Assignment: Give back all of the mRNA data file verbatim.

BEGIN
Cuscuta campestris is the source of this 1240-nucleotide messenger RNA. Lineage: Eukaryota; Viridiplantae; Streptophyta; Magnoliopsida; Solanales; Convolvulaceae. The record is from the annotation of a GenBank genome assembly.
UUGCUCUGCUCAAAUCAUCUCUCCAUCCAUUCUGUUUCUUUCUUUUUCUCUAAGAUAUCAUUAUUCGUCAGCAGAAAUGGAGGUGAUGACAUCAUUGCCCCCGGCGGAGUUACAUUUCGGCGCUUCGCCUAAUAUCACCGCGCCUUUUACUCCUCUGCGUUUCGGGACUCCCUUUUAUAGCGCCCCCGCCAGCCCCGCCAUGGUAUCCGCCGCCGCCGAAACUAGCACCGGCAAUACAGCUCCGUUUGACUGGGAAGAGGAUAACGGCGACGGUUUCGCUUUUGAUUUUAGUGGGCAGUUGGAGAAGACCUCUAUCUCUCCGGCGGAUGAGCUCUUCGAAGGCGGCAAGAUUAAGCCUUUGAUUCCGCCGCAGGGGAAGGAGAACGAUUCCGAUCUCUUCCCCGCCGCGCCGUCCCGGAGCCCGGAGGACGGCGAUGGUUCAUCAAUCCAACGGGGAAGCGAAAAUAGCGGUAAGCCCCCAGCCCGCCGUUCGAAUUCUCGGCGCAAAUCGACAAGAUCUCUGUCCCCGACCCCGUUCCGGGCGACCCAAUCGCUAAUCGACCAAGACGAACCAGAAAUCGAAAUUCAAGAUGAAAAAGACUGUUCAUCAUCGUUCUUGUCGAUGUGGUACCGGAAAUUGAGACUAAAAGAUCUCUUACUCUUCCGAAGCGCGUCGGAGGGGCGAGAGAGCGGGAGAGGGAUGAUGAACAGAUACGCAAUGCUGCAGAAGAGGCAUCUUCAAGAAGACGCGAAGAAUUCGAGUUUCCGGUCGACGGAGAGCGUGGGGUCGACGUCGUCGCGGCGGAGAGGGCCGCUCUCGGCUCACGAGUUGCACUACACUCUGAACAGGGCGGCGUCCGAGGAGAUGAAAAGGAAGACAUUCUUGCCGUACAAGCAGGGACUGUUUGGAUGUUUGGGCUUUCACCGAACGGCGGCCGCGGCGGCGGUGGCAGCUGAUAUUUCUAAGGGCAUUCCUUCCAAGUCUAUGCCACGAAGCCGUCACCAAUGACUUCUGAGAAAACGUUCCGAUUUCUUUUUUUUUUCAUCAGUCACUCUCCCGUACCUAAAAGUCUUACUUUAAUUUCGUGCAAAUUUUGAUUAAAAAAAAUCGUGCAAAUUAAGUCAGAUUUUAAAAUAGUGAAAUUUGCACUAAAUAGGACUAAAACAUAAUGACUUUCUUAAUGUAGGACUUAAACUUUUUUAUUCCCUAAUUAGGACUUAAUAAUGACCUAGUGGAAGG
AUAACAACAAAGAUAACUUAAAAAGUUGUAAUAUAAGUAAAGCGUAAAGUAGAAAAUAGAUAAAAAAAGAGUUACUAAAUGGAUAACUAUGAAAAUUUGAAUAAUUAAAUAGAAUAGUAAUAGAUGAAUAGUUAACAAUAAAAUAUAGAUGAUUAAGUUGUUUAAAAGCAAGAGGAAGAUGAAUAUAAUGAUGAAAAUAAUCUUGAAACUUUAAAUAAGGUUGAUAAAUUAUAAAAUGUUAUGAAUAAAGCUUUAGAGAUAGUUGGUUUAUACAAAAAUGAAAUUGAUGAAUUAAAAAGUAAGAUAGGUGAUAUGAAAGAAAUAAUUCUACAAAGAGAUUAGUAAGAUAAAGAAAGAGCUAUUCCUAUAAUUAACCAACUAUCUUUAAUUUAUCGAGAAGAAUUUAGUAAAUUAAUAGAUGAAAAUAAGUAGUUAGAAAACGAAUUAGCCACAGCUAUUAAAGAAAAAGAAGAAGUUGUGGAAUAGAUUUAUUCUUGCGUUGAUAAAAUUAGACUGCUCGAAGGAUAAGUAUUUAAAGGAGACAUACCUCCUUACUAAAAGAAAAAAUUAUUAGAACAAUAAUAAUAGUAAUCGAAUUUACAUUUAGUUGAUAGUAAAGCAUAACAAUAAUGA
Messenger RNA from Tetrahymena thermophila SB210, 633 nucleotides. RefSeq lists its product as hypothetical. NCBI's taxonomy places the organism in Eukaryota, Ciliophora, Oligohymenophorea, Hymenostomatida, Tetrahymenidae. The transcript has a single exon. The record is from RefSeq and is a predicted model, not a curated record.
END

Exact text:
Cuscuta campestris is the source of this 1240-nucleotide messenger RNA. Lineage: Eukaryota; Viridiplantae; Streptophyta; Magnoliopsida; Solanales; Convolvulaceae. The record is from the annotation of a GenBank genome assembly.
UUGCUCUGCUCAAAUCAUCUCUCCAUCCAUUCUGUUUCUUUCUUUUUCUCUAAGAUAUCAUUAUUCGUCAGCAGAAAUGGAGGUGAUGACAUCAUUGCCCCCGGCGGAGUUACAUUUCGGCGCUUCGCCUAAUAUCACCGCGCCUUUUACUCCUCUGCGUUUCGGGACUCCCUUUUAUAGCGCCCCCGCCAGCCCCGCCAUGGUAUCCGCCGCCGCCGAAACUAGCACCGGCAAUACAGCUCCGUUUGACUGGGAAGAGGAUAACGGCGACGGUUUCGCUUUUGAUUUUAGUGGGCAGUUGGAGAAGACCUCUAUCUCUCCGGCGGAUGAGCUCUUCGAAGGCGGCAAGAUUAAGCCUUUGAUUCCGCCGCAGGGGAAGGAGAACGAUUCCGAUCUCUUCCCCGCCGCGCCGUCCCGGAGCCCGGAGGACGGCGAUGGUUCAUCAAUCCAACGGGGAAGCGAAAAUAGCGGUAAGCCCCCAGCCCGCCGUUCGAAUUCUCGGCGCAAAUCGACAAGAUCUCUGUCCCCGACCCCGUUCCGGGCGACCCAAUCGCUAAUCGACCAAGACGAACCAGAAAUCGAAAUUCAAGAUGAAAAAGACUGUUCAUCAUCGUUCUUGUCGAUGUGGUACCGGAAAUUGAGACUAAAAGAUCUCUUACUCUUCCGAAGCGCGUCGGAGGGGCGAGAGAGCGGGAGAGGGAUGAUGAACAGAUACGCAAUGCUGCAGAAGAGGCAUCUUCAAGAAGACGCGAAGAAUUCGAGUUUCCGGUCGACGGAGAGCGUGGGGUCGACGUCGUCGCGGCGGAGAGGGCCGCUCUCGGCUCACGAGUUGCACUACACUCUGAACAGGGCGGCGUCCGAGGAGAUGAAAAGGAAGACAUUCUUGCCGUACAAGCAGGGACUGUUUGGAUGUUUGGGCUUUCACCGAACGGCGGCCGCGGCGGCGGUGGCAGCUGAUAUUUCUAAGGGCAUUCCUUCCAAGUCUAUGCCACGAAGCCGUCACCAAUGACUUCUGAGAAAACGUUCCGAUUUCUUUUUUUUUUCAUCAGUCACUCUCCCGUACCUAAAAGUCUUACUUUAAUUUCGUGCAAAUUUUGAUUAAAAAAAAUCGUGCAAAUUAAGUCAGAUUUUAAAAUAGUGAAAUUUGCACUAAAUAGGACUAAAACAUAAUGACUUUCUUAAUGUAGGACUUAAACUUUUUUAUUCCCUAAUUAGGACUUAAUAAUGACCUAGUGGAAGG
AUAACAACAAAGAUAACUUAAAAAGUUGUAAUAUAAGUAAAGCGUAAAGUAGAAAAUAGAUAAAAAAAGAGUUACUAAAUGGAUAACUAUGAAAAUUUGAAUAAUUAAAUAGAAUAGUAAUAGAUGAAUAGUUAACAAUAAAAUAUAGAUGAUUAAGUUGUUUAAAAGCAAGAGGAAGAUGAAUAUAAUGAUGAAAAUAAUCUUGAAACUUUAAAUAAGGUUGAUAAAUUAUAAAAUGUUAUGAAUAAAGCUUUAGAGAUAGUUGGUUUAUACAAAAAUGAAAUUGAUGAAUUAAAAAGUAAGAUAGGUGAUAUGAAAGAAAUAAUUCUACAAAGAGAUUAGUAAGAUAAAGAAAGAGCUAUUCCUAUAAUUAACCAACUAUCUUUAAUUUAUCGAGAAGAAUUUAGUAAAUUAAUAGAUGAAAAUAAGUAGUUAGAAAACGAAUUAGCCACAGCUAUUAAAGAAAAAGAAGAAGUUGUGGAAUAGAUUUAUUCUUGCGUUGAUAAAAUUAGACUGCUCGAAGGAUAAGUAUUUAAAGGAGACAUACCUCCUUACUAAAAGAAAAAAUUAUUAGAACAAUAAUAAUAGUAAUCGAAUUUACAUUUAGUUGAUAGUAAAGCAUAACAAUAAUGA
Messenger RNA from Tetrahymena thermophila SB210, 633 nucleotides. RefSeq lists its product as hypothetical. NCBI's taxonomy places the organism in Eukaryota, Ciliophora, Oligohymenophorea, Hymenostomatida, Tetrahymenidae. The transcript has a single exon. The record is from RefSeq and is a predicted model, not a curated record.